Ragel State Machine Compiler

What is Ragel?

Ragel compiles executable finite state machines from regular languages. Ragel targets C, C++, Obj-C, C#, D, Java, Go and Ruby Ragel state machines can not only recognize byte sequences as regular expression machines do, but can also execute code at arbitrary points in the recognition of a regular language. Code embedding is done using inline operators that do not disrupt the regular language syntax.

The core language consists of standard regular expression operators (such as union, concatenation and Kleene star) and action embedding operators. The user's regular expressions are compiled to a deterministic state machine and the embedded actions are associated with the transitions of the machine. Understanding the formal relationship between regular expressions and deterministic finite automata is key to using Ragel effectively.

Ragel also provides operators that let you control any non-determinism that you create, construct scanners, and build state machines using a statechart model. It is also possible to influence the execution of a state machine from inside an embedded action by jumping or calling to other parts of the machine, or reprocessing input.

Ragel provides a very flexible interface to the host language that attempts to place minimal restrictions on how the generated code is integrated into the application. The generated code has no dependencies.

action dgt      { printf("DGT: %c\n", fc); }
action dec      { printf("DEC: .\n"); }
action exp      { printf("EXP: %c\n", fc); }
action exp_sign { printf("SGN: %c\n", fc); }
action number   { /*NUMBER*/ }

number = (
    [0-9]+ $dgt ( '.' @dec [0-9]+ $dgt )?
    ( [eE] ( [+\-] $exp_sign )? [0-9]+ $exp )?
) %number;

main := ( number '\n' )*;
    if ( ++p == pe )
        goto out0;
    if ( 48 <= (*p) && (*p) <= 57 )
        goto tr0;
    goto st_err;
    { printf("DGT: %c\n", (*p)); }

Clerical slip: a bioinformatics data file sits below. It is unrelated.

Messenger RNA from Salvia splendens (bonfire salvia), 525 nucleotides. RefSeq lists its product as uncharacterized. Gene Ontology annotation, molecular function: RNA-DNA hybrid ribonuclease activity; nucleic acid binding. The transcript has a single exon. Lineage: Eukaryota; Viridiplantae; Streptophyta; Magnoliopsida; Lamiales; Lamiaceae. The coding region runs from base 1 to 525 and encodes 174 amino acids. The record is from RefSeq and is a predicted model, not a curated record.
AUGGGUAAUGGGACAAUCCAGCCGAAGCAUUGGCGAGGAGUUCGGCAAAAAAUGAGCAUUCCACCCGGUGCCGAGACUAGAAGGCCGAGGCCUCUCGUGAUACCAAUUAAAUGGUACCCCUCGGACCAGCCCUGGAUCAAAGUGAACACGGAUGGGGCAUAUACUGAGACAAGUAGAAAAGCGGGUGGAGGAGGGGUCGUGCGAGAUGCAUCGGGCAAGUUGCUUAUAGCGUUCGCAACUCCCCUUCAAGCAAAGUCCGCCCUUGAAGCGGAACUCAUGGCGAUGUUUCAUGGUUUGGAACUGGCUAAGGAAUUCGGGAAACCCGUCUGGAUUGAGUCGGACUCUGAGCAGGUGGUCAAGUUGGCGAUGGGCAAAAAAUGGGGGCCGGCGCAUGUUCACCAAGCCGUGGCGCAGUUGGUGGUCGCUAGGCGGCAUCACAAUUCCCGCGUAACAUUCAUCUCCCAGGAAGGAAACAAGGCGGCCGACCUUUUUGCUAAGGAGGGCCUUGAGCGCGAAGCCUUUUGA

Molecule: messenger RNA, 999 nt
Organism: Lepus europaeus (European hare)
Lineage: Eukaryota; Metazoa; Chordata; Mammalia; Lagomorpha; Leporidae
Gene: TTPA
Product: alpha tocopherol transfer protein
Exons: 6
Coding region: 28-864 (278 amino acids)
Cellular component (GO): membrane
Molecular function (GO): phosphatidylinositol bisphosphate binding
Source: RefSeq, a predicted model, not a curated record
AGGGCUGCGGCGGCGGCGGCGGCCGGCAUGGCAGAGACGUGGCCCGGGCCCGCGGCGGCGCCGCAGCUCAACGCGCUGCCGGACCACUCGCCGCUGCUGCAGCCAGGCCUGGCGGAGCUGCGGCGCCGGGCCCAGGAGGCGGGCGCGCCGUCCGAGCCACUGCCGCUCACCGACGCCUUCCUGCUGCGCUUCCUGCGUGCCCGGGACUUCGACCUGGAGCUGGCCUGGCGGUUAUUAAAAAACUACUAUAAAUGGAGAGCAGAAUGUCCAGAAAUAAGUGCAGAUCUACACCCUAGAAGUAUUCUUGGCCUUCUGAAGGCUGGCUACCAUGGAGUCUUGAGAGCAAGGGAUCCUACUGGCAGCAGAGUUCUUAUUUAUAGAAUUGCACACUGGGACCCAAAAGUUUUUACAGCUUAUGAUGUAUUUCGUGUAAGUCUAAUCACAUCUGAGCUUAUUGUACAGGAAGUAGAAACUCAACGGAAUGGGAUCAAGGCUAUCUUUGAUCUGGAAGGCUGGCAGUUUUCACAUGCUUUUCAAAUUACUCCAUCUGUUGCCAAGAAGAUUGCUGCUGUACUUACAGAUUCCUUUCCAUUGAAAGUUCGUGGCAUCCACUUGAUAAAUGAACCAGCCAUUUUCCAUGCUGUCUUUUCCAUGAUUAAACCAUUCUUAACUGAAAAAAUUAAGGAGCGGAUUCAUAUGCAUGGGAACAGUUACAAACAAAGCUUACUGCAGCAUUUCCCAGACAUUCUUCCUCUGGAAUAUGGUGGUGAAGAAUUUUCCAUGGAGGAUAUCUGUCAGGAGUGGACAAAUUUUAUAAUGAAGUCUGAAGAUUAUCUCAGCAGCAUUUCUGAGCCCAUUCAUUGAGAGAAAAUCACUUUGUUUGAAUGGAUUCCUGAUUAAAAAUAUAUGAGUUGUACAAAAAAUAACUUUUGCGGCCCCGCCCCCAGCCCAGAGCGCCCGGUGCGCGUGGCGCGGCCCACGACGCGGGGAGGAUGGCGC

if ( ++p == pe )
        goto out1;
    switch ( (*p) ) {
        case 10: goto tr5;
        case 46: goto tr7;
        case 69: goto st4;
        case 101: goto st4;
    if ( 48 <= (*p) && (*p) <= 57 )
        goto tr0;
    goto st_err;

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What kind of task is Ragel good for?

  • Writing robust protocol implementations.
  • Parsing data formats.
  • Lexical analysis of programming languages.
  • Validating user input.


  • Construct finite state machines using:
    • regular language operators
    • state chart operators
    • a scanner operator
    • some mix of the above
  • Embed actions into machines in arbitrary places.
  • Control non-determinism using guarded operators.
  • Minimize state machines using Hopcroft's algorithm.
  • Visualize output with Graphviz.
  • Use byte, double byte or word-sized alphabets.
  • Generate C, C++, Obj-C, C#, D, Java, Go or Ruby code with no dependencies.
  • Choose from table or control flow driven state machines.


[1] Adrian D. Thurston. "Parsing Computer Languages with an Automaton Compiled from a Single Regular Expression." In 11th International Conference on Implementation and Application of Automata (CIAA 2006), Lecture Notes in Computer Science, volume 4094, pp. 285-286, Taipei, Taiwan, August 2006. pdf.

Documentation, Editors and Mailing List

Ragel has a user guide available in PDF format as well as a man page. Major version number releases contain language changes. See the ChangeLog and Release Notes for details.

If you use Vim, there is a syntax file ragel.vim for your editing pleasure. If you use TextMate there is a Ragel bundle Ragel.tmbundle.